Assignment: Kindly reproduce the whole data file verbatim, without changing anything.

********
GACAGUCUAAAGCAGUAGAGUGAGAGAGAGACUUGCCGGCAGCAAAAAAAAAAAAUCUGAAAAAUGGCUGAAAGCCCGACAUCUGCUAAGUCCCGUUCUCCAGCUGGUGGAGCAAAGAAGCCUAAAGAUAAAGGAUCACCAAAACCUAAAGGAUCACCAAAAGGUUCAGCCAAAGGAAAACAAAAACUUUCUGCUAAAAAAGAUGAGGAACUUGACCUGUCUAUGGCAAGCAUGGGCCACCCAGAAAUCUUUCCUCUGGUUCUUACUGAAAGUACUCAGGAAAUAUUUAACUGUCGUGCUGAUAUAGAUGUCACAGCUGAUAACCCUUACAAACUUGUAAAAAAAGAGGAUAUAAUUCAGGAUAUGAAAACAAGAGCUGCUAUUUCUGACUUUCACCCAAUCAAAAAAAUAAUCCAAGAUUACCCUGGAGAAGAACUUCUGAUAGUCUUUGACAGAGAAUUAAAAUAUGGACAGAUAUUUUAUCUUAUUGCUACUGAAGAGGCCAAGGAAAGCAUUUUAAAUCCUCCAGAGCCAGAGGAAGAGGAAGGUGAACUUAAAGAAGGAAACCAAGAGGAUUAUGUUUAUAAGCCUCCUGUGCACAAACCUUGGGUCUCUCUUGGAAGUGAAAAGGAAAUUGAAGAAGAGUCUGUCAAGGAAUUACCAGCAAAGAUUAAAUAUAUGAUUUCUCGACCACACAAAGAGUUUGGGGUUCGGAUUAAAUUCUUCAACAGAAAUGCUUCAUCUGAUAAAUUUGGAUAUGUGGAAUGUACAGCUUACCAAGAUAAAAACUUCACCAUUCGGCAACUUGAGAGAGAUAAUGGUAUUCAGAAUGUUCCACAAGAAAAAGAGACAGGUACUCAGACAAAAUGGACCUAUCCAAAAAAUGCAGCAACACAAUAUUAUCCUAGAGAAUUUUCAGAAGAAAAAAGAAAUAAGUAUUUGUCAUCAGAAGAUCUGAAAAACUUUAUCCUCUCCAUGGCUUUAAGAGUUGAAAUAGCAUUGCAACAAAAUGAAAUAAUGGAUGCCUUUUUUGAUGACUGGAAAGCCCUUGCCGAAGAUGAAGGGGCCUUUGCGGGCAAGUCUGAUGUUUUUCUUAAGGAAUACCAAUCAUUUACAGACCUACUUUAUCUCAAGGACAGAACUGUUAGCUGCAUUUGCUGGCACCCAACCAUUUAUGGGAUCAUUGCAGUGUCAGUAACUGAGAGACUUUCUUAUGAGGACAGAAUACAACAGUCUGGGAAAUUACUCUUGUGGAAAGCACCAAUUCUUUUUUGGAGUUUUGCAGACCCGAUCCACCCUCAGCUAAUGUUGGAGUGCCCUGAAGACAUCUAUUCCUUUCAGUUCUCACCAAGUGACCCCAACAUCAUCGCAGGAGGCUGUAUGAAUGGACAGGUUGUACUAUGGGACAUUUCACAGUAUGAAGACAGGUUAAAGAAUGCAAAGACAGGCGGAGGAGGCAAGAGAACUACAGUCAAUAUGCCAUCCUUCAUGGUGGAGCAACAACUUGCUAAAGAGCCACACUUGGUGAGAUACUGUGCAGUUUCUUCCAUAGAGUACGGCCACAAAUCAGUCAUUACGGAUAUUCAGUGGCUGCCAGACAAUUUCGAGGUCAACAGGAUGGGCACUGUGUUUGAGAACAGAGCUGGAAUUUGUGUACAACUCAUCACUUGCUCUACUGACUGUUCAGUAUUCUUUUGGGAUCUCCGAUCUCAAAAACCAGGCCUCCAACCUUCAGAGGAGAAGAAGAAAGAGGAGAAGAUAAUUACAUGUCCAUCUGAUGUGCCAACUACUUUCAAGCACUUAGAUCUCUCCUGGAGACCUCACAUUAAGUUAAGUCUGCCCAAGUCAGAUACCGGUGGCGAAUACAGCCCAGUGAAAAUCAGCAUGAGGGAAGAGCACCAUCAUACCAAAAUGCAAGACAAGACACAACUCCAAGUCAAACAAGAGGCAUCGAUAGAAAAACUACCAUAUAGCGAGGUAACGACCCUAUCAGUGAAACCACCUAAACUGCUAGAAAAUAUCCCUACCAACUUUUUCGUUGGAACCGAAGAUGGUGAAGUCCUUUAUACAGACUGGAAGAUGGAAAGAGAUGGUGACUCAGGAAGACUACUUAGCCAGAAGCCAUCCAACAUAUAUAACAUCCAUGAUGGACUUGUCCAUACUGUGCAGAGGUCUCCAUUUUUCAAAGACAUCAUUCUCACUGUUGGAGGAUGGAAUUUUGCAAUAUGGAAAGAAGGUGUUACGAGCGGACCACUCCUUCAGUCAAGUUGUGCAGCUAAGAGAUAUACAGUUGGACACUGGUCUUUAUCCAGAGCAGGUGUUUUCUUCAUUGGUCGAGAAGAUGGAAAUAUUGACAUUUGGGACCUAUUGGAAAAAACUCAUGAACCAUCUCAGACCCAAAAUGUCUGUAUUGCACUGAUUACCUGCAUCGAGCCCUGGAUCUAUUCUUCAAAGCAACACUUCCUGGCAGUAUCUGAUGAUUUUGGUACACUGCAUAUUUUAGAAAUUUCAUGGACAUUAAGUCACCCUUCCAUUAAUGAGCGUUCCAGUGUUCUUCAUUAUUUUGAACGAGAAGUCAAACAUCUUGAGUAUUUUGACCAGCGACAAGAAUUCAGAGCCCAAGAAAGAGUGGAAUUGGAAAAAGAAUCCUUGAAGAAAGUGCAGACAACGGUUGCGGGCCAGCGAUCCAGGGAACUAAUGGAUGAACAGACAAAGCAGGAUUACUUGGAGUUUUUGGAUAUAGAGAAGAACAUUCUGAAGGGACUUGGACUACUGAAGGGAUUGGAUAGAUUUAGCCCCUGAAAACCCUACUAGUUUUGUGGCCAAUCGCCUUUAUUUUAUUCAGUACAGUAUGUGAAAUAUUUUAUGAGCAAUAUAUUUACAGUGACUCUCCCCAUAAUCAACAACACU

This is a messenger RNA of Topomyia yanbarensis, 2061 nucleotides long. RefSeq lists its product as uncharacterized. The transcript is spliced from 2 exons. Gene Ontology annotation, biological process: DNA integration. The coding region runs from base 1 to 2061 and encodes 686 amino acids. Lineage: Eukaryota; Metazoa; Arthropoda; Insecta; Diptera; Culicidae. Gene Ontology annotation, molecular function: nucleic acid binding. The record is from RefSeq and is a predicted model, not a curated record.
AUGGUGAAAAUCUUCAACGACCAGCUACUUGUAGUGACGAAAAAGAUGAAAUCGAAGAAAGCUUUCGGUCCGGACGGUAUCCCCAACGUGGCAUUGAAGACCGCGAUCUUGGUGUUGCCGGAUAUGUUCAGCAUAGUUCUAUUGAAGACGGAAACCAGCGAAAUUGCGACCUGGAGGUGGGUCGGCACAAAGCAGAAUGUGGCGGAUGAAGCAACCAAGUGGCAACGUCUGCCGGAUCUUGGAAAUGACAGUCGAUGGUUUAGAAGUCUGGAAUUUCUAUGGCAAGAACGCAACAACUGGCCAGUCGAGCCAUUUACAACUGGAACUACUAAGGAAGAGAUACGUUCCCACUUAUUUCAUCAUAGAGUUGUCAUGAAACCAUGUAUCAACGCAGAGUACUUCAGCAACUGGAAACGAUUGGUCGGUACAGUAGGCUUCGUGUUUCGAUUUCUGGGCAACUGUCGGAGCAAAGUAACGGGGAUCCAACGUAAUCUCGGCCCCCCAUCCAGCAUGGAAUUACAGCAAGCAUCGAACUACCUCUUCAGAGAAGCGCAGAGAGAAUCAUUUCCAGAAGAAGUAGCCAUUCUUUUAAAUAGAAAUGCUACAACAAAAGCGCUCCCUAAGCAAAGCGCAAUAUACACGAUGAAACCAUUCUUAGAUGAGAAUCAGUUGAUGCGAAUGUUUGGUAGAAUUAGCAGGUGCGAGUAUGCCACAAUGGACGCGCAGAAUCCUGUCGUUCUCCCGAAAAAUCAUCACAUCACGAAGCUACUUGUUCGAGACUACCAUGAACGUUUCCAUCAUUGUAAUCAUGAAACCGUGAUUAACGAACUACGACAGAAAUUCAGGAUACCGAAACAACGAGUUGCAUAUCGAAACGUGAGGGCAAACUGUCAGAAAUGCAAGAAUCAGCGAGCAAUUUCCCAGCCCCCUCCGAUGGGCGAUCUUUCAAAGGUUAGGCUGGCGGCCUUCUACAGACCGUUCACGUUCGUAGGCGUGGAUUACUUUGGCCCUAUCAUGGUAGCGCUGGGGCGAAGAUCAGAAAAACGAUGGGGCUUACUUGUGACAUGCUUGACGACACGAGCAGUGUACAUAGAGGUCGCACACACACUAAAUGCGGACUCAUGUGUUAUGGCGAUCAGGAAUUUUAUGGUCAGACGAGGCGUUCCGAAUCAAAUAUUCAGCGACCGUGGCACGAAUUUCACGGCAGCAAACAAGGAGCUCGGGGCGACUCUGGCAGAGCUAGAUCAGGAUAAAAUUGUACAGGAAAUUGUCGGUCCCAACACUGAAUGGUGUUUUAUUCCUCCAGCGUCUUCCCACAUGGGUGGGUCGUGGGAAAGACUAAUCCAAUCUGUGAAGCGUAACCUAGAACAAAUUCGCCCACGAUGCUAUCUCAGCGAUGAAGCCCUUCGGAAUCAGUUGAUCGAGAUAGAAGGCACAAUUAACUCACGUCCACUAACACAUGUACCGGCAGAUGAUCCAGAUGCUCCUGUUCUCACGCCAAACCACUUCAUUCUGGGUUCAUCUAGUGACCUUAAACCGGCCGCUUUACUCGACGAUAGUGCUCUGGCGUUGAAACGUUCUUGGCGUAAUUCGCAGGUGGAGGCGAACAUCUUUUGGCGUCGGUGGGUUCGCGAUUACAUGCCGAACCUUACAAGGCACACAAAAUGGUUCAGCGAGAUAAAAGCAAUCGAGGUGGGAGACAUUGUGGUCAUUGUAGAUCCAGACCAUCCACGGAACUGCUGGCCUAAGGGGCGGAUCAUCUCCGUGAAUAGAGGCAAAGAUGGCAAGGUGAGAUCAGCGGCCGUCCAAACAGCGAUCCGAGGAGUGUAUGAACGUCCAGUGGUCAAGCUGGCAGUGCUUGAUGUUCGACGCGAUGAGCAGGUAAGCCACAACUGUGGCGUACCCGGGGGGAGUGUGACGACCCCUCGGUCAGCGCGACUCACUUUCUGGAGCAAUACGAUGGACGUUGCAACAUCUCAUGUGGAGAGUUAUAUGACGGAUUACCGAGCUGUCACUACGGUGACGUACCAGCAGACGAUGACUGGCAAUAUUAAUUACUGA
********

GACAGUCUAAAGCAGUAGAGUGAGAGAGAGACUUGCCGGCAGCAAAAAAAAAAAAUCUGAAAAAUGGCUGAAAGCCCGACAUCUGCUAAGUCCCGUUCUCCAGCUGGUGGAGCAAAGAAGCCUAAAGAUAAAGGAUCACCAAAACCUAAAGGAUCACCAAAAGGUUCAGCCAAAGGAAAACAAAAACUUUCUGCUAAAAAAGAUGAGGAACUUGACCUGUCUAUGGCAAGCAUGGGCCACCCAGAAAUCUUUCCUCUGGUUCUUACUGAAAGUACUCAGGAAAUAUUUAACUGUCGUGCUGAUAUAGAUGUCACAGCUGAUAACCCUUACAAACUUGUAAAAAAAGAGGAUAUAAUUCAGGAUAUGAAAACAAGAGCUGCUAUUUCUGACUUUCACCCAAUCAAAAAAAUAAUCCAAGAUUACCCUGGAGAAGAACUUCUGAUAGUCUUUGACAGAGAAUUAAAAUAUGGACAGAUAUUUUAUCUUAUUGCUACUGAAGAGGCCAAGGAAAGCAUUUUAAAUCCUCCAGAGCCAGAGGAAGAGGAAGGUGAACUUAAAGAAGGAAACCAAGAGGAUUAUGUUUAUAAGCCUCCUGUGCACAAACCUUGGGUCUCUCUUGGAAGUGAAAAGGAAAUUGAAGAAGAGUCUGUCAAGGAAUUACCAGCAAAGAUUAAAUAUAUGAUUUCUCGACCACACAAAGAGUUUGGGGUUCGGAUUAAAUUCUUCAACAGAAAUGCUUCAUCUGAUAAAUUUGGAUAUGUGGAAUGUACAGCUUACCAAGAUAAAAACUUCACCAUUCGGCAACUUGAGAGAGAUAAUGGUAUUCAGAAUGUUCCACAAGAAAAAGAGACAGGUACUCAGACAAAAUGGACCUAUCCAAAAAAUGCAGCAACACAAUAUUAUCCUAGAGAAUUUUCAGAAGAAAAAAGAAAUAAGUAUUUGUCAUCAGAAGAUCUGAAAAACUUUAUCCUCUCCAUGGCUUUAAGAGUUGAAAUAGCAUUGCAACAAAAUGAAAUAAUGGAUGCCUUUUUUGAUGACUGGAAAGCCCUUGCCGAAGAUGAAGGGGCCUUUGCGGGCAAGUCUGAUGUUUUUCUUAAGGAAUACCAAUCAUUUACAGACCUACUUUAUCUCAAGGACAGAACUGUUAGCUGCAUUUGCUGGCACCCAACCAUUUAUGGGAUCAUUGCAGUGUCAGUAACUGAGAGACUUUCUUAUGAGGACAGAAUACAACAGUCUGGGAAAUUACUCUUGUGGAAAGCACCAAUUCUUUUUUGGAGUUUUGCAGACCCGAUCCACCCUCAGCUAAUGUUGGAGUGCCCUGAAGACAUCUAUUCCUUUCAGUUCUCACCAAGUGACCCCAACAUCAUCGCAGGAGGCUGUAUGAAUGGACAGGUUGUACUAUGGGACAUUUCACAGUAUGAAGACAGGUUAAAGAAUGCAAAGACAGGCGGAGGAGGCAAGAGAACUACAGUCAAUAUGCCAUCCUUCAUGGUGGAGCAACAACUUGCUAAAGAGCCACACUUGGUGAGAUACUGUGCAGUUUCUUCCAUAGAGUACGGCCACAAAUCAGUCAUUACGGAUAUUCAGUGGCUGCCAGACAAUUUCGAGGUCAACAGGAUGGGCACUGUGUUUGAGAACAGAGCUGGAAUUUGUGUACAACUCAUCACUUGCUCUACUGACUGUUCAGUAUUCUUUUGGGAUCUCCGAUCUCAAAAACCAGGCCUCCAACCUUCAGAGGAGAAGAAGAAAGAGGAGAAGAUAAUUACAUGUCCAUCUGAUGUGCCAACUACUUUCAAGCACUUAGAUCUCUCCUGGAGACCUCACAUUAAGUUAAGUCUGCCCAAGUCAGAUACCGGUGGCGAAUACAGCCCAGUGAAAAUCAGCAUGAGGGAAGAGCACCAUCAUACCAAAAUGCAAGACAAGACACAACUCCAAGUCAAACAAGAGGCAUCGAUAGAAAAACUACCAUAUAGCGAGGUAACGACCCUAUCAGUGAAACCACCUAAACUGCUAGAAAAUAUCCCUACCAACUUUUUCGUUGGAACCGAAGAUGGUGAAGUCCUUUAUACAGACUGGAAGAUGGAAAGAGAUGGUGACUCAGGAAGACUACUUAGCCAGAAGCCAUCCAACAUAUAUAACAUCCAUGAUGGACUUGUCCAUACUGUGCAGAGGUCUCCAUUUUUCAAAGACAUCAUUCUCACUGUUGGAGGAUGGAAUUUUGCAAUAUGGAAAGAAGGUGUUACGAGCGGACCACUCCUUCAGUCAAGUUGUGCAGCUAAGAGAUAUACAGUUGGACACUGGUCUUUAUCCAGAGCAGGUGUUUUCUUCAUUGGUCGAGAAGAUGGAAAUAUUGACAUUUGGGACCUAUUGGAAAAAACUCAUGAACCAUCUCAGACCCAAAAUGUCUGUAUUGCACUGAUUACCUGCAUCGAGCCCUGGAUCUAUUCUUCAAAGCAACACUUCCUGGCAGUAUCUGAUGAUUUUGGUACACUGCAUAUUUUAGAAAUUUCAUGGACAUUAAGUCACCCUUCCAUUAAUGAGCGUUCCAGUGUUCUUCAUUAUUUUGAACGAGAAGUCAAACAUCUUGAGUAUUUUGACCAGCGACAAGAAUUCAGAGCCCAAGAAAGAGUGGAAUUGGAAAAAGAAUCCUUGAAGAAAGUGCAGACAACGGUUGCGGGCCAGCGAUCCAGGGAACUAAUGGAUGAACAGACAAAGCAGGAUUACUUGGAGUUUUUGGAUAUAGAGAAGAACAUUCUGAAGGGACUUGGACUACUGAAGGGAUUGGAUAGAUUUAGCCCCUGAAAACCCUACUAGUUUUGUGGCCAAUCGCCUUUAUUUUAUUCAGUACAGUAUGUGAAAUAUUUUAUGAGCAAUAUAUUUACAGUGACUCUCCCCAUAAUCAACAACACU

This is a messenger RNA of Topomyia yanbarensis, 2061 nucleotides long. RefSeq lists its product as uncharacterized. The transcript is spliced from 2 exons. Gene Ontology annotation, biological process: DNA integration. The coding region runs from base 1 to 2061 and encodes 686 amino acids. Lineage: Eukaryota; Metazoa; Arthropoda; Insecta; Diptera; Culicidae. Gene Ontology annotation, molecular function: nucleic acid binding. The record is from RefSeq and is a predicted model, not a curated record.
AUGGUGAAAAUCUUCAACGACCAGCUACUUGUAGUGACGAAAAAGAUGAAAUCGAAGAAAGCUUUCGGUCCGGACGGUAUCCCCAACGUGGCAUUGAAGACCGCGAUCUUGGUGUUGCCGGAUAUGUUCAGCAUAGUUCUAUUGAAGACGGAAACCAGCGAAAUUGCGACCUGGAGGUGGGUCGGCACAAAGCAGAAUGUGGCGGAUGAAGCAACCAAGUGGCAACGUCUGCCGGAUCUUGGAAAUGACAGUCGAUGGUUUAGAAGUCUGGAAUUUCUAUGGCAAGAACGCAACAACUGGCCAGUCGAGCCAUUUACAACUGGAACUACUAAGGAAGAGAUACGUUCCCACUUAUUUCAUCAUAGAGUUGUCAUGAAACCAUGUAUCAACGCAGAGUACUUCAGCAACUGGAAACGAUUGGUCGGUACAGUAGGCUUCGUGUUUCGAUUUCUGGGCAACUGUCGGAGCAAAGUAACGGGGAUCCAACGUAAUCUCGGCCCCCCAUCCAGCAUGGAAUUACAGCAAGCAUCGAACUACCUCUUCAGAGAAGCGCAGAGAGAAUCAUUUCCAGAAGAAGUAGCCAUUCUUUUAAAUAGAAAUGCUACAACAAAAGCGCUCCCUAAGCAAAGCGCAAUAUACACGAUGAAACCAUUCUUAGAUGAGAAUCAGUUGAUGCGAAUGUUUGGUAGAAUUAGCAGGUGCGAGUAUGCCACAAUGGACGCGCAGAAUCCUGUCGUUCUCCCGAAAAAUCAUCACAUCACGAAGCUACUUGUUCGAGACUACCAUGAACGUUUCCAUCAUUGUAAUCAUGAAACCGUGAUUAACGAACUACGACAGAAAUUCAGGAUACCGAAACAACGAGUUGCAUAUCGAAACGUGAGGGCAAACUGUCAGAAAUGCAAGAAUCAGCGAGCAAUUUCCCAGCCCCCUCCGAUGGGCGAUCUUUCAAAGGUUAGGCUGGCGGCCUUCUACAGACCGUUCACGUUCGUAGGCGUGGAUUACUUUGGCCCUAUCAUGGUAGCGCUGGGGCGAAGAUCAGAAAAACGAUGGGGCUUACUUGUGACAUGCUUGACGACACGAGCAGUGUACAUAGAGGUCGCACACACACUAAAUGCGGACUCAUGUGUUAUGGCGAUCAGGAAUUUUAUGGUCAGACGAGGCGUUCCGAAUCAAAUAUUCAGCGACCGUGGCACGAAUUUCACGGCAGCAAACAAGGAGCUCGGGGCGACUCUGGCAGAGCUAGAUCAGGAUAAAAUUGUACAGGAAAUUGUCGGUCCCAACACUGAAUGGUGUUUUAUUCCUCCAGCGUCUUCCCACAUGGGUGGGUCGUGGGAAAGACUAAUCCAAUCUGUGAAGCGUAACCUAGAACAAAUUCGCCCACGAUGCUAUCUCAGCGAUGAAGCCCUUCGGAAUCAGUUGAUCGAGAUAGAAGGCACAAUUAACUCACGUCCACUAACACAUGUACCGGCAGAUGAUCCAGAUGCUCCUGUUCUCACGCCAAACCACUUCAUUCUGGGUUCAUCUAGUGACCUUAAACCGGCCGCUUUACUCGACGAUAGUGCUCUGGCGUUGAAACGUUCUUGGCGUAAUUCGCAGGUGGAGGCGAACAUCUUUUGGCGUCGGUGGGUUCGCGAUUACAUGCCGAACCUUACAAGGCACACAAAAUGGUUCAGCGAGAUAAAAGCAAUCGAGGUGGGAGACAUUGUGGUCAUUGUAGAUCCAGACCAUCCACGGAACUGCUGGCCUAAGGGGCGGAUCAUCUCCGUGAAUAGAGGCAAAGAUGGCAAGGUGAGAUCAGCGGCCGUCCAAACAGCGAUCCGAGGAGUGUAUGAACGUCCAGUGGUCAAGCUGGCAGUGCUUGAUGUUCGACGCGAUGAGCAGGUAAGCCACAACUGUGGCGUACCCGGGGGGAGUGUGACGACCCCUCGGUCAGCGCGACUCACUUUCUGGAGCAAUACGAUGGACGUUGCAACAUCUCAUGUGGAGAGUUAUAUGACGGAUUACCGAGCUGUCACUACGGUGACGUACCAGCAGACGAUGACUGGCAAUAUUAAUUACUGA